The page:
At first glance, it actually has potential. There’s that eternal debate — do we go see a mindless action movie for him, or a mindless romance for her? Solution: go to both at the same time. He wears red glasses. She wears blue. They both win. In her movie, a woman’s beloved husband is slain in war. Just as the terrible news is revealed to the anguished widow, a whoop of laughter fills the theater, because over in the other movie, somebody’s just accidentally dropped a bucket of eggs on the mayor’s head.
Attending a double movie like this also works as a form of insurance against bad movies. If one movie isn’t working out, you can always flip to the other one. It’s the pre-television form of channel surfing. I’m sure if this idea had caught on, theaters would have started to advertise just how many movies they were going to project simulataneously. Hey, the theater down the street only has five channels on their program. We’ve got six!
The paragraph following, about showing movies on steamships, is interesting — in part because of that great last line about fire safety! — because this was also around the first time movies were shown on airplanes. There was a trivia question about that back in Episode 11.
The New Applications section is a stunning reminder of how much film has changed our society. Sometimes it’s easy to think, oh, yeah, 80 years ago they didn’t have X — and so you imagine life without X, and that’s the end of your speculation. But when X leads to Y and Z, and Y and Z lead to A, B, C, and D, that’s suddenly a lot of things that life did without. In the beginning and end of this section, we see that 1927 brought us the first X-ray film of the human body, undoubtedly of inestimable value to medical science; the first use of what is essentially a fast photocopy machine (operated by foot pedals!); and the first use of film in court. Now, not only is security camera footage routinely used in court, it also airs on exploitive, cheesy cop shows.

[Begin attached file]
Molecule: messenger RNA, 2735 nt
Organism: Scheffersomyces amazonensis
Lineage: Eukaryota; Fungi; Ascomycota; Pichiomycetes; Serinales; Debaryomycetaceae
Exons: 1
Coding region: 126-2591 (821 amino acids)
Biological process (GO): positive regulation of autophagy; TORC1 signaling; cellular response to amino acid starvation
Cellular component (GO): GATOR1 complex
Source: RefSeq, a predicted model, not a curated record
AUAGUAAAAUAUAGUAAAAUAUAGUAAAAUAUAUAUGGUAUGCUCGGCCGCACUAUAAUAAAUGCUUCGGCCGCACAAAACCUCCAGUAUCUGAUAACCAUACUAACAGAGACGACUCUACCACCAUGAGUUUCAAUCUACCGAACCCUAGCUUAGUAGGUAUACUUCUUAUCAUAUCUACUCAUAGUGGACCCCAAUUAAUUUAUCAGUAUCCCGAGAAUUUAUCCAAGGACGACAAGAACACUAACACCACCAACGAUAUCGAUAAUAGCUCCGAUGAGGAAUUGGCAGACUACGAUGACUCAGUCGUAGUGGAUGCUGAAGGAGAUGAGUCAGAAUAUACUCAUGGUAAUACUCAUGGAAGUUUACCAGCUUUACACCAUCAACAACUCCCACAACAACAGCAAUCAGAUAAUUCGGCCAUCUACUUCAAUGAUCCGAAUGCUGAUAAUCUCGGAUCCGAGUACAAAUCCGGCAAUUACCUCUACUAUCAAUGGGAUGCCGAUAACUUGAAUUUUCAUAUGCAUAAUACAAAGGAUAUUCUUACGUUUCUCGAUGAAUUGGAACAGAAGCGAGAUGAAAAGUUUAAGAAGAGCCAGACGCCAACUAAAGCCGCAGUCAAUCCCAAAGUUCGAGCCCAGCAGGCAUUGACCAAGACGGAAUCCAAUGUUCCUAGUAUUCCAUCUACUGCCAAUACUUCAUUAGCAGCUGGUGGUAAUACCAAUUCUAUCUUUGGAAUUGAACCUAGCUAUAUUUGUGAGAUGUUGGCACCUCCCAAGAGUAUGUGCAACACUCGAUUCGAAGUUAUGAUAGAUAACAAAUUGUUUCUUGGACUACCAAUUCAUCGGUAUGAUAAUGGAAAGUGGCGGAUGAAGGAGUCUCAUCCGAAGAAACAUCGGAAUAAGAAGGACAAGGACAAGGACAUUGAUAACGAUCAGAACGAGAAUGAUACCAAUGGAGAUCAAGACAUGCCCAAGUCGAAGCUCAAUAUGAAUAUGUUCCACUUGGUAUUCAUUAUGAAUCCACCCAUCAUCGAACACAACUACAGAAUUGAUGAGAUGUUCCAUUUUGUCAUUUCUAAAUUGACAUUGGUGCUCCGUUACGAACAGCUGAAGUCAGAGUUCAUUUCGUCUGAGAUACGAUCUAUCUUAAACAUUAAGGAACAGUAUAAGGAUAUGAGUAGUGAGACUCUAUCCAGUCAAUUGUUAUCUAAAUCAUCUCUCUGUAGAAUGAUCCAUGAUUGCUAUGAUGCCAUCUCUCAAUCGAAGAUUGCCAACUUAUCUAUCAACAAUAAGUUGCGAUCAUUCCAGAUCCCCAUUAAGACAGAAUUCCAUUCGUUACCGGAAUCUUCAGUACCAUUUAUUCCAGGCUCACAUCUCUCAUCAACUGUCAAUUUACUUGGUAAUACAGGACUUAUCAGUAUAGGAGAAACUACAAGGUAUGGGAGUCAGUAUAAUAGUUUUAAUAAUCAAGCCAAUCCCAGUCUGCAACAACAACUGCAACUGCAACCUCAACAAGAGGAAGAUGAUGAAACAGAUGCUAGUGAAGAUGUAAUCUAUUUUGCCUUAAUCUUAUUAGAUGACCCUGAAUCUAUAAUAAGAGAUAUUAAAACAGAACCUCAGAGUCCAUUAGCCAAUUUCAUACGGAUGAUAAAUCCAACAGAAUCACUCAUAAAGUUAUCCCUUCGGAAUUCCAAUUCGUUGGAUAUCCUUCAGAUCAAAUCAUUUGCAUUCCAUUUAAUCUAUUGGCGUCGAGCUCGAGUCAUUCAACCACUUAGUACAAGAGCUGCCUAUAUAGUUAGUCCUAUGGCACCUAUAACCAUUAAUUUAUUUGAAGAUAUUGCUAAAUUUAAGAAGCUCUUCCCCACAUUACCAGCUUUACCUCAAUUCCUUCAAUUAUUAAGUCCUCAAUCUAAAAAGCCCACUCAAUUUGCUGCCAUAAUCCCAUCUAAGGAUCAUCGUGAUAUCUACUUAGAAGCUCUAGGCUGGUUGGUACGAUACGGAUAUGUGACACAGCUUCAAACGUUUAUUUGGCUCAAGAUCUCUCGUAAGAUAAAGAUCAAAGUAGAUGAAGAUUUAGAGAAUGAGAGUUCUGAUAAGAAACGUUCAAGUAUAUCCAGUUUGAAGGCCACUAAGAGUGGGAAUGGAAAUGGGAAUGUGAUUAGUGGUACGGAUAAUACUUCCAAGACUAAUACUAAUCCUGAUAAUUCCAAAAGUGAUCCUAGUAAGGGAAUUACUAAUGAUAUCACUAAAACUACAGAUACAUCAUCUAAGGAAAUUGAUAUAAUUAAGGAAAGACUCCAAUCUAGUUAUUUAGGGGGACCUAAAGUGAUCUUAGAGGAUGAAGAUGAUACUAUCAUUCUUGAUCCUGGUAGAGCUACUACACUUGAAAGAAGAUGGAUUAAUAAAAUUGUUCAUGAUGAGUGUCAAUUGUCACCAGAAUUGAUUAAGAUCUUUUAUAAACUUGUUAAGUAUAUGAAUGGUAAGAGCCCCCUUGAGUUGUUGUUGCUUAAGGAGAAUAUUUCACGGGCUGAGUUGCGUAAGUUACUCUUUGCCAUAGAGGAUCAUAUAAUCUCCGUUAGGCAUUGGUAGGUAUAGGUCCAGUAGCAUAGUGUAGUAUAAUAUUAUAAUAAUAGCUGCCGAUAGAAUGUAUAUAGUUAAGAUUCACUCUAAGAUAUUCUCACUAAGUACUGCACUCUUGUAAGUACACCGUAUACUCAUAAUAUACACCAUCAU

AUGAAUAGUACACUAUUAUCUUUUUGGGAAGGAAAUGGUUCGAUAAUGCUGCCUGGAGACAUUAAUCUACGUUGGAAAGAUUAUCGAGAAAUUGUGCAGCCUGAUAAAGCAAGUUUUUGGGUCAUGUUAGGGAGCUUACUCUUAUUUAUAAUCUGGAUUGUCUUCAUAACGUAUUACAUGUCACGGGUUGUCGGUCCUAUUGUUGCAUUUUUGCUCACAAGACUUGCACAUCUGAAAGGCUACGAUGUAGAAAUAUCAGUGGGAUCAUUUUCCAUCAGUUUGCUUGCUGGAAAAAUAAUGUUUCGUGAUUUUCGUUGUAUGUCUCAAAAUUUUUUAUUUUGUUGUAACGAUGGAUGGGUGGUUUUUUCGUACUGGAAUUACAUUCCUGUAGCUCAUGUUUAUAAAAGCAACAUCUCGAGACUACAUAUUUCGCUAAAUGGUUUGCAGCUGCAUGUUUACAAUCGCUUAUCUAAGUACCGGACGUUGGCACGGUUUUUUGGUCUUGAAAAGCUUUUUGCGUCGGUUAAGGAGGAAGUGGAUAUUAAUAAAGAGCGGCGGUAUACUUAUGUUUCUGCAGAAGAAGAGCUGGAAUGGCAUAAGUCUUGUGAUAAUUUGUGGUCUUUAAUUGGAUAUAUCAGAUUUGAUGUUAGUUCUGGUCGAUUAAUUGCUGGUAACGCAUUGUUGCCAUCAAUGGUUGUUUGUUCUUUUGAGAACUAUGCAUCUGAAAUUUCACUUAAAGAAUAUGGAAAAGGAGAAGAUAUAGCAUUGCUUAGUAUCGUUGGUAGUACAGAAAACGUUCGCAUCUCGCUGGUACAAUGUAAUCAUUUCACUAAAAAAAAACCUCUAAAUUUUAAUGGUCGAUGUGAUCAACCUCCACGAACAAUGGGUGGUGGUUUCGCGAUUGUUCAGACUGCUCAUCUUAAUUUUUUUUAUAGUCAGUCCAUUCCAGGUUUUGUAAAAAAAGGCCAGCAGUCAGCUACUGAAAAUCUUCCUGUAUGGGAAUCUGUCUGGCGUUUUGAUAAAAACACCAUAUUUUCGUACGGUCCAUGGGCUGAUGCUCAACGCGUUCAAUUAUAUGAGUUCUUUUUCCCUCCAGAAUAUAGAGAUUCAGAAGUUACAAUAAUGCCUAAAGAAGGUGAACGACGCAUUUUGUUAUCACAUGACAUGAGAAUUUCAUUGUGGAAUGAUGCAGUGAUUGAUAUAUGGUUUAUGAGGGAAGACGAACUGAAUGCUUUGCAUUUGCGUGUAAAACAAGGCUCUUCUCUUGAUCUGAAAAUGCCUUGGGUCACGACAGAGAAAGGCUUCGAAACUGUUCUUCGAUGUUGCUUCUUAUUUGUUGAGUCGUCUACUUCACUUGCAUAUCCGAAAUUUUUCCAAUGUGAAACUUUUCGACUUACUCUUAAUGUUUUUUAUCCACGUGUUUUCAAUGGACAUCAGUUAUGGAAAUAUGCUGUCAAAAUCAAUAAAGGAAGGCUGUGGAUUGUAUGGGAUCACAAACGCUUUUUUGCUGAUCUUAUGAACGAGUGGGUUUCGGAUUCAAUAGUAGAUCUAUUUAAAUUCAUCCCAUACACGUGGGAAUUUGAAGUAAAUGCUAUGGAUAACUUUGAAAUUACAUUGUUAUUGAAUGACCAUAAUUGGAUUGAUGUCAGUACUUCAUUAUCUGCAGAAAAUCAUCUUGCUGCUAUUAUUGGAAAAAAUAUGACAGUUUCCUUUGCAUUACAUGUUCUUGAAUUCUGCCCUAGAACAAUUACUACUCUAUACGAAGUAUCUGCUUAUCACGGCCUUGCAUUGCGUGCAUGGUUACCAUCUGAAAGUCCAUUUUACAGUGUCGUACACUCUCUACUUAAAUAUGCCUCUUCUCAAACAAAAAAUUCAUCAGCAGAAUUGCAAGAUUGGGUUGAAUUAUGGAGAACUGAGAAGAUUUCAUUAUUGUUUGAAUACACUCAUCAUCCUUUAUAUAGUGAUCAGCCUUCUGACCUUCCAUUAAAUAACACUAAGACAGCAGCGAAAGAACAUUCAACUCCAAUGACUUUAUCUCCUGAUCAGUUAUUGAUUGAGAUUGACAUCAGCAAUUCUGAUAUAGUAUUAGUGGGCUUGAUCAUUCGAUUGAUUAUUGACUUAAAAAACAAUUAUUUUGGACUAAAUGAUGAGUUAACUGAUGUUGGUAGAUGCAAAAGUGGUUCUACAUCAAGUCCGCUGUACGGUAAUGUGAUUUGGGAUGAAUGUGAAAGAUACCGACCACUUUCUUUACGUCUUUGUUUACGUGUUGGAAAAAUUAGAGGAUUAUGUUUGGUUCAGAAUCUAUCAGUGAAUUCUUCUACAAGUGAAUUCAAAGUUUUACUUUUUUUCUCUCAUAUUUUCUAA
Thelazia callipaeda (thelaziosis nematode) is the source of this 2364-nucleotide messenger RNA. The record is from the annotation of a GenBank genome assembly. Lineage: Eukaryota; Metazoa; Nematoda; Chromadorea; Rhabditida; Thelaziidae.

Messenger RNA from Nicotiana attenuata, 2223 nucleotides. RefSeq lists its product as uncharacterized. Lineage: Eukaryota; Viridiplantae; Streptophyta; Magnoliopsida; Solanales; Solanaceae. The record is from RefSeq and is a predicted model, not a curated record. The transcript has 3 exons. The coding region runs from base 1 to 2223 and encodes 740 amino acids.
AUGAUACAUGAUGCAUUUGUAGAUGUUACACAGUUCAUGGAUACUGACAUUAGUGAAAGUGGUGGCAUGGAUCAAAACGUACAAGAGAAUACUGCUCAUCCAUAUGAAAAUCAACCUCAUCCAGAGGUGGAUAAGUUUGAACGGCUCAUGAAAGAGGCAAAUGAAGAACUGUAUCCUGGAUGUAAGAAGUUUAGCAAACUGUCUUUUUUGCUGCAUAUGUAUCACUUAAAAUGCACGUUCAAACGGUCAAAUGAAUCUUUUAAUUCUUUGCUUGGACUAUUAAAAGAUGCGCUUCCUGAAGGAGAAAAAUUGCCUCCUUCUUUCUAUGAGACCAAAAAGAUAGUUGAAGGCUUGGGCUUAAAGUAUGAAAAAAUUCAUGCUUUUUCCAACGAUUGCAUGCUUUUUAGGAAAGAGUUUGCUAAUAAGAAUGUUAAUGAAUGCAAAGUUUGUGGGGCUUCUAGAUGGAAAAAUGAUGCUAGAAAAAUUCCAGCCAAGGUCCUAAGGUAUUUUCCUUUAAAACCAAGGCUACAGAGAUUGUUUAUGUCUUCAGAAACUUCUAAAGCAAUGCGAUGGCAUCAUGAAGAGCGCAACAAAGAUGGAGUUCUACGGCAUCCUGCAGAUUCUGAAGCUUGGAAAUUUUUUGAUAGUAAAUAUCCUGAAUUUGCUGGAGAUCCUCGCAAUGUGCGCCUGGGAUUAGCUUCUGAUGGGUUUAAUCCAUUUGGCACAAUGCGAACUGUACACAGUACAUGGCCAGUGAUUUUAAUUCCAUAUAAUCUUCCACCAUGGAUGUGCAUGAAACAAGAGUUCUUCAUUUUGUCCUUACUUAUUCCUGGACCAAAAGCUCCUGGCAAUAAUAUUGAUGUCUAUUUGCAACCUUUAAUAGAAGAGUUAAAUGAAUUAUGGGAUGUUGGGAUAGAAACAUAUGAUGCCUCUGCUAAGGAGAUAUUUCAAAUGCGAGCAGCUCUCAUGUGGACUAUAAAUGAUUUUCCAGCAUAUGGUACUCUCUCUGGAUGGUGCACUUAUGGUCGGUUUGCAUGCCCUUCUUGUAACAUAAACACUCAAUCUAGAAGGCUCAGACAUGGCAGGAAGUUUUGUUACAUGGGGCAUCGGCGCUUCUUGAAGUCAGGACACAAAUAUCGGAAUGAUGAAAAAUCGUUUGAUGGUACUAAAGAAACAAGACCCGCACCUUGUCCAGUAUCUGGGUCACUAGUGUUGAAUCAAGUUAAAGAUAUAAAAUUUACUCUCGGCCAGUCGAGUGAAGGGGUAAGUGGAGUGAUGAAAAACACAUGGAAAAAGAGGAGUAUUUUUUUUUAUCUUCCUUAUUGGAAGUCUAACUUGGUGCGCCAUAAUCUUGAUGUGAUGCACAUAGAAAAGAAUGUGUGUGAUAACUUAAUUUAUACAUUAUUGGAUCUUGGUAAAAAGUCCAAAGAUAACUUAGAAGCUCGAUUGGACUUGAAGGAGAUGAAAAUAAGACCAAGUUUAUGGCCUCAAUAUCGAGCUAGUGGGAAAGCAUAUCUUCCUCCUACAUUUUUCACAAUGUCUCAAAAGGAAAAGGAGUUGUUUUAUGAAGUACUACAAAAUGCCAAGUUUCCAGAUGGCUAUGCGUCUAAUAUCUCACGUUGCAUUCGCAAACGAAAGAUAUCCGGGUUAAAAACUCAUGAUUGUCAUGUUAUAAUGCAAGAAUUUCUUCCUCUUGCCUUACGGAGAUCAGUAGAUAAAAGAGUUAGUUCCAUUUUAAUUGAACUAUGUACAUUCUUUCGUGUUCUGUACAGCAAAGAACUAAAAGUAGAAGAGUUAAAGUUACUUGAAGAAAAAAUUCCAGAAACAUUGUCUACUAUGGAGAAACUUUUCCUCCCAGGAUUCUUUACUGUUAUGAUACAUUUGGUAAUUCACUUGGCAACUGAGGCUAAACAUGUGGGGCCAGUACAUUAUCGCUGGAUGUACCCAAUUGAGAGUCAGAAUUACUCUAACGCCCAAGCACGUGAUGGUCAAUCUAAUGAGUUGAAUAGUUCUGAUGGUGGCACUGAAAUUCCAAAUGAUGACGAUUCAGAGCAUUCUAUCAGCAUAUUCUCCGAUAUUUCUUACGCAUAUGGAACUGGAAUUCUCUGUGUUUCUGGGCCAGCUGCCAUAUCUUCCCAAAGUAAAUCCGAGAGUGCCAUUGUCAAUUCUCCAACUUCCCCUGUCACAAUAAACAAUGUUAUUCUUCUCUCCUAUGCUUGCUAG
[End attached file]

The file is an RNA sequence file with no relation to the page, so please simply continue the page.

The Stereoscopic Motion Pictures section describes a number of different experiments with 3D film. This is a good complement to our segment on 3D film in Episode 32. The idea about projecting film into spraying water iscommonly used today in light shows at amusement parks, but imagine watching Star Wars that way.
The Talking Motion Pictures section, similarly, serves as a counterpart to our segments on Sound in Episodes 15, 16, and 18. It’s interesting that Vitaphone is listened as one of many technologies, as today it was the only one of those mentioned that gained substantial traction. Vitaphone, brand new in 1927, was the standard for sound but important window of time, when sound film was all the rage but sound-on-film processes like Movietone hadn’t taken over yet.
The Trick Cinematography section is both impressive and amusing. Amusing, because the available tools for achieving special visual effects is quite plain: fades, slow motion, double exposure, etc, feel today more like basic cinematography rather than basic trick cinematography, if you can appreciate the distinction. Nonetheless, movies of the 1920s have some downright astonishing visual effects in them, particularly those made in Germany, as we discussed in Episode 19. You don’t need high tech computers to make impressive effects. Sometimes great things can be made with very simple tools.